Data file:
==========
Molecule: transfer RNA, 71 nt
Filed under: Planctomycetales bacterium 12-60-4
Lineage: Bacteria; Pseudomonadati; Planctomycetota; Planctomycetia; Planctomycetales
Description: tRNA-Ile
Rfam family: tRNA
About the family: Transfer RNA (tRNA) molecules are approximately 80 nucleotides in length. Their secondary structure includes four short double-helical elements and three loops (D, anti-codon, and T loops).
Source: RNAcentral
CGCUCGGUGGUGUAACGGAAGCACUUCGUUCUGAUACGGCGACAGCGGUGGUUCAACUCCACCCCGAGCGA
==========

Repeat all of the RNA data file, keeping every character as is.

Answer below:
Molecule: transfer RNA, 71 nt
Filed under: Planctomycetales bacterium 12-60-4
Lineage: Bacteria; Pseudomonadati; Planctomycetota; Planctomycetia; Planctomycetales
Description: tRNA-Ile
Rfam family: tRNA
About the family: Transfer RNA (tRNA) molecules are approximately 80 nucleotides in length. Their secondary structure includes four short double-helical elements and three loops (D, anti-codon, and T loops).
Source: RNAcentral
CGCUCGGUGGUGUAACGGAAGCACUUCGUUCUGAUACGGCGACAGCGGUGGUUCAACUCCACCCCGAGCGA